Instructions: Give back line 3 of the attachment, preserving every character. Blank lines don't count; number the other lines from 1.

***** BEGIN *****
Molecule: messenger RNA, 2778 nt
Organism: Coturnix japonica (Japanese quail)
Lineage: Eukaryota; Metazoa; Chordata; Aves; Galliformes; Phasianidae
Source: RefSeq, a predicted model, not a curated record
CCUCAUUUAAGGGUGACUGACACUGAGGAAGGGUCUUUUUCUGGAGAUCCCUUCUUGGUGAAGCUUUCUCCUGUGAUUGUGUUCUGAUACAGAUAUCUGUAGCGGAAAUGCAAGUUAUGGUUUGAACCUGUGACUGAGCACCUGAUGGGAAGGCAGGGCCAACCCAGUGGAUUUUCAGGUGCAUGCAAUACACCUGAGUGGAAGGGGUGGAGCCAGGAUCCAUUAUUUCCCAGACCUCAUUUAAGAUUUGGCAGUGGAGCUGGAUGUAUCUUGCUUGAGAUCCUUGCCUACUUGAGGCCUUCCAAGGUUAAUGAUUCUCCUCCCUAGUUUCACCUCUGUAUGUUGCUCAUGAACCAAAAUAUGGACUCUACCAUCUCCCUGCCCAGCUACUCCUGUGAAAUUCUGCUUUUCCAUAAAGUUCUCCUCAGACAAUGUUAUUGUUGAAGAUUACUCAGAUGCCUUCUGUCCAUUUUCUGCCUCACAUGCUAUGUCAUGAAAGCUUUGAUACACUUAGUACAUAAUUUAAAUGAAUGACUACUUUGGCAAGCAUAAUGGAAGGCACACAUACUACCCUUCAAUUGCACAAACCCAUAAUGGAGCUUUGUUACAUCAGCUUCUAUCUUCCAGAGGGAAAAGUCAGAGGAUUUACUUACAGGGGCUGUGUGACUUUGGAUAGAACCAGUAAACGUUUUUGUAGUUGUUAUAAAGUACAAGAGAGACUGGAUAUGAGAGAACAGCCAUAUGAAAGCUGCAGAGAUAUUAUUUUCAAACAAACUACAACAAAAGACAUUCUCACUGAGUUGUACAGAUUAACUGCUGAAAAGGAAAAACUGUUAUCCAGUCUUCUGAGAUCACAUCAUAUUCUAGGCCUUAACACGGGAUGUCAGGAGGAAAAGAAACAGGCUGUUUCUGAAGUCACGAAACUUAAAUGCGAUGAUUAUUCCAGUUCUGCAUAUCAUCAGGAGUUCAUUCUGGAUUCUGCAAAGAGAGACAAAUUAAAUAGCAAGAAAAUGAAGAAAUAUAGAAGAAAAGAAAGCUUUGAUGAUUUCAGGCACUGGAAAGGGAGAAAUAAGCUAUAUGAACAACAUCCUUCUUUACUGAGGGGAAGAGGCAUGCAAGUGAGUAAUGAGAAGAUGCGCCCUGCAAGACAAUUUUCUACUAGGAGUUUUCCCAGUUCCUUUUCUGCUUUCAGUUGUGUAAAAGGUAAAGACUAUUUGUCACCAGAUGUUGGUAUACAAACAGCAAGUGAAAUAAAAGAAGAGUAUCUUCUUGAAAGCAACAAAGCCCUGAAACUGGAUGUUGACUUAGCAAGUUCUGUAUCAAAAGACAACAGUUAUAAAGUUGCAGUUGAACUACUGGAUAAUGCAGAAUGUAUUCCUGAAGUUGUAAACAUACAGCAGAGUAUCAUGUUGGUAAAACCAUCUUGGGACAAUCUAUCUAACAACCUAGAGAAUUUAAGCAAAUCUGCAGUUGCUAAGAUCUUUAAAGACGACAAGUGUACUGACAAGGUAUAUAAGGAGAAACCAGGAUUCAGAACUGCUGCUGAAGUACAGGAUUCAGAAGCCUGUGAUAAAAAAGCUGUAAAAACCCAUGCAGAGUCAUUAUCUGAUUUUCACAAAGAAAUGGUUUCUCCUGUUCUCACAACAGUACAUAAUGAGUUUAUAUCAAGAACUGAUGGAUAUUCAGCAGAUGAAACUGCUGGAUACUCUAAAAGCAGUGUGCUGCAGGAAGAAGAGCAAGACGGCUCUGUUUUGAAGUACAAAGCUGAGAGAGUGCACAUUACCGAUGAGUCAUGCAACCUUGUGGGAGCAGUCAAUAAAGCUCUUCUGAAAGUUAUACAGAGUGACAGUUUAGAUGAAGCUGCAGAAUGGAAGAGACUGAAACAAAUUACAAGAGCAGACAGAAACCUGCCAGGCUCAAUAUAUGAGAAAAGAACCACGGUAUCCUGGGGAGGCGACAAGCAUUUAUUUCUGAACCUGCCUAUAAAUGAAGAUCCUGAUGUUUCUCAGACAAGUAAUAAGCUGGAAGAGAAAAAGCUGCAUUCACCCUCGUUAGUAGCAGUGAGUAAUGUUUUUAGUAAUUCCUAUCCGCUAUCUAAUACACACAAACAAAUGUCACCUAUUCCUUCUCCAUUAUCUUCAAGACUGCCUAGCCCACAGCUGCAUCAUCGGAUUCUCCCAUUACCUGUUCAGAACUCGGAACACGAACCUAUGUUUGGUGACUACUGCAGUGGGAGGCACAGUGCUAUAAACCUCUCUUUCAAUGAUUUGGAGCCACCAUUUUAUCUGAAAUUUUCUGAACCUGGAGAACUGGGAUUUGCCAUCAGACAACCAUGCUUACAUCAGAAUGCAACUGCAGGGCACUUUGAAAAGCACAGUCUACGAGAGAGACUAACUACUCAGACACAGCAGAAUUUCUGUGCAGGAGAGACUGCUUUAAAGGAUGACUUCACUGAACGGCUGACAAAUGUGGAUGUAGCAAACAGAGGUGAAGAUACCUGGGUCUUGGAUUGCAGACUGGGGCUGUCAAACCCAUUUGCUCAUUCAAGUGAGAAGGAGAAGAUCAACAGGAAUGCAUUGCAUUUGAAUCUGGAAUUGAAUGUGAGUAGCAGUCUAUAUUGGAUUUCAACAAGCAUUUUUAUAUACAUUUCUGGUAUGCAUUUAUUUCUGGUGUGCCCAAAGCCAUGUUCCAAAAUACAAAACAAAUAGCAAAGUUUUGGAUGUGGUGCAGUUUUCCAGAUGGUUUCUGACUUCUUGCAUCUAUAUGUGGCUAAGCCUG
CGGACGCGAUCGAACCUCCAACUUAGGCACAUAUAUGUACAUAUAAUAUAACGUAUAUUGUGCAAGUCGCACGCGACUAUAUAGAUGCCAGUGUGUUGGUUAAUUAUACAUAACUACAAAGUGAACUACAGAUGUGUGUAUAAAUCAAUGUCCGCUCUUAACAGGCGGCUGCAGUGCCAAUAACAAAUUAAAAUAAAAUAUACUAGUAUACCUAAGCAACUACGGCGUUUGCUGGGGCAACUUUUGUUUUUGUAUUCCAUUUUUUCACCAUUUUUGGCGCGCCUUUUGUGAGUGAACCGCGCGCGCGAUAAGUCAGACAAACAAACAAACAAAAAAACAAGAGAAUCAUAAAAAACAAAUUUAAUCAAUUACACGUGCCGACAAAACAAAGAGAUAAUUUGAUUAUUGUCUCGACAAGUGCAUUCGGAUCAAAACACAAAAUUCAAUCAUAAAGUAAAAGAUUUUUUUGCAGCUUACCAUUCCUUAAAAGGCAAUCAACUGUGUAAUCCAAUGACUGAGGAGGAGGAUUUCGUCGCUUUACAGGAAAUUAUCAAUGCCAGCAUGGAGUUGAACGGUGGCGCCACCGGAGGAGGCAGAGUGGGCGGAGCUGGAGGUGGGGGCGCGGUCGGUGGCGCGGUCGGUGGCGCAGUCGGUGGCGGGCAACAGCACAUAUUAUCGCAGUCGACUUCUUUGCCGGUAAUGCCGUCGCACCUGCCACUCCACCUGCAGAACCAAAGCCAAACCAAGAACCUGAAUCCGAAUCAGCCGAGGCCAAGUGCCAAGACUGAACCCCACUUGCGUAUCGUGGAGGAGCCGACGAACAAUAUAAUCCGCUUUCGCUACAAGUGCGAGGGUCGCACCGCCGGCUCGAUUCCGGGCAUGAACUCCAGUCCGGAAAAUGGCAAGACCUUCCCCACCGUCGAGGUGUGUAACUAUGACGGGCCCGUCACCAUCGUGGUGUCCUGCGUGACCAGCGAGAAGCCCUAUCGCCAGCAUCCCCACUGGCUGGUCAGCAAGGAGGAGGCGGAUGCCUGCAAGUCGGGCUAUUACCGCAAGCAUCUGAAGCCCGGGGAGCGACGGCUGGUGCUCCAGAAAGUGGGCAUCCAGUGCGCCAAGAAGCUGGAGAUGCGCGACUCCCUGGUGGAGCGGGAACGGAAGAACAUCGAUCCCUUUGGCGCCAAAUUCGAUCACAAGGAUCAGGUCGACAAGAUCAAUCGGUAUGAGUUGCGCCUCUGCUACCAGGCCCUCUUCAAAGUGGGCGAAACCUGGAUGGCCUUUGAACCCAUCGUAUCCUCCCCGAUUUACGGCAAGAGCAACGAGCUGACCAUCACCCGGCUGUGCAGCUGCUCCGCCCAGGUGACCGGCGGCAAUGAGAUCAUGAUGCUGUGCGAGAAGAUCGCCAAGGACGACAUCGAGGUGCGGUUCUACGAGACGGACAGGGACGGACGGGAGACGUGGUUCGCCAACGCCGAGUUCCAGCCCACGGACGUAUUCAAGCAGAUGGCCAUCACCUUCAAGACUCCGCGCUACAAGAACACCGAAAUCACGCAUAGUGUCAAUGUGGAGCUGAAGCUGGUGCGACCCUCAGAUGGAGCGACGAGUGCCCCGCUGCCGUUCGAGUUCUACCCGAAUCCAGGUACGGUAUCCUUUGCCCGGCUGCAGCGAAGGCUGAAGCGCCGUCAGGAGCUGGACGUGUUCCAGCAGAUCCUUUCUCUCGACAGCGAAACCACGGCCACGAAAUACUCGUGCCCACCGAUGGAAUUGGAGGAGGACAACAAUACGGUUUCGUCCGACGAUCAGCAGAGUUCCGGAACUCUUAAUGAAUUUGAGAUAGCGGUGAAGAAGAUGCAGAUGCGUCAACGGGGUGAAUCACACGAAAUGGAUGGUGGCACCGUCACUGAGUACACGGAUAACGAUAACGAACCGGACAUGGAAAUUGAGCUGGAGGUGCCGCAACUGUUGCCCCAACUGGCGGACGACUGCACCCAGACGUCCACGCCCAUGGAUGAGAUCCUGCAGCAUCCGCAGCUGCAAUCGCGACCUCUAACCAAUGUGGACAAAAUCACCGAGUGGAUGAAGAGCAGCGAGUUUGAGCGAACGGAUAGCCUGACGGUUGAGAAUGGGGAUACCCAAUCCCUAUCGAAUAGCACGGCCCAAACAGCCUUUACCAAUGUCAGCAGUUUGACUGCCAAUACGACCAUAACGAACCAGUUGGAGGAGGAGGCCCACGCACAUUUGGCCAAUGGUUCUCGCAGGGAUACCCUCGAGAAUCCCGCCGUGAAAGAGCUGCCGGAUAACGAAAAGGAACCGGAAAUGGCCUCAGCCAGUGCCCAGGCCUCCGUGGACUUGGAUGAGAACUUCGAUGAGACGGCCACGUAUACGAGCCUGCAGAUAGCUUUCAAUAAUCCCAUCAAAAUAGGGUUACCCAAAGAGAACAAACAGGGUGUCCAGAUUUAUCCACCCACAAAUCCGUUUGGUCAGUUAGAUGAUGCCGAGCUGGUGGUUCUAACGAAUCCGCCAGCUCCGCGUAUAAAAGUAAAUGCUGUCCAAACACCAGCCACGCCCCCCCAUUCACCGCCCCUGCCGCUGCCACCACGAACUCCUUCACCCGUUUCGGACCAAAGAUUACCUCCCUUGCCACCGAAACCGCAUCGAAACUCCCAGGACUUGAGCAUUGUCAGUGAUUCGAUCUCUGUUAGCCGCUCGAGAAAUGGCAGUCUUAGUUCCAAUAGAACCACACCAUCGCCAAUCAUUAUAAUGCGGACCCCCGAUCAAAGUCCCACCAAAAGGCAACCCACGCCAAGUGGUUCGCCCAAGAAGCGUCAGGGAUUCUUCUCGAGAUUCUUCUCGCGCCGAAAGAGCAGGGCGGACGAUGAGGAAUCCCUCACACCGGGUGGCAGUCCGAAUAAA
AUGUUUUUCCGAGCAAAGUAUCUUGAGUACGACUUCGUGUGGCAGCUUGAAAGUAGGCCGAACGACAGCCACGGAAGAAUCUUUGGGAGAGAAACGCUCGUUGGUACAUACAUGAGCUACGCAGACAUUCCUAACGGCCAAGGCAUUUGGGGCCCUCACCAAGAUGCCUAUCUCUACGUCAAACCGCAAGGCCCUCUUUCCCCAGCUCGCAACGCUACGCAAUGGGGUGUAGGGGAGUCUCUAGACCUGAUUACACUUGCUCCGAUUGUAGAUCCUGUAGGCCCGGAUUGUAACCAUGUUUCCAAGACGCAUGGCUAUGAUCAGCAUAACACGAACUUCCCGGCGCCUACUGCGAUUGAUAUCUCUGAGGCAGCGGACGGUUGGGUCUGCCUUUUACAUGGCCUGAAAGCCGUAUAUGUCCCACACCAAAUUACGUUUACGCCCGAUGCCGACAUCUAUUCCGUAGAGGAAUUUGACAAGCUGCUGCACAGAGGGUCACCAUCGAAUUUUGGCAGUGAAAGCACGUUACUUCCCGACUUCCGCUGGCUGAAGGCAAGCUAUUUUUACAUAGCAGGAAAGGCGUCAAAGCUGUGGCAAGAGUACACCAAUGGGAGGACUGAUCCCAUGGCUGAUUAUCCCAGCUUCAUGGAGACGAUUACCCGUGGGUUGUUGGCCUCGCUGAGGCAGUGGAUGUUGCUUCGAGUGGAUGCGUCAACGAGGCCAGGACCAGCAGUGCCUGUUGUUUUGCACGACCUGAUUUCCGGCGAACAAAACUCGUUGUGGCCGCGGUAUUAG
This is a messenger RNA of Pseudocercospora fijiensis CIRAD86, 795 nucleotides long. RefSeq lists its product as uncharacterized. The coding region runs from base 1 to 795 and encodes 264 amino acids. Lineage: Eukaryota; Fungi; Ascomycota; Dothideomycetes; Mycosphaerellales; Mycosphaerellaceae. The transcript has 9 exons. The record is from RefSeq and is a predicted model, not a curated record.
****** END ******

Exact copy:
Lineage: Eukaryota; Metazoa; Chordata; Aves; Galliformes; Phasianidae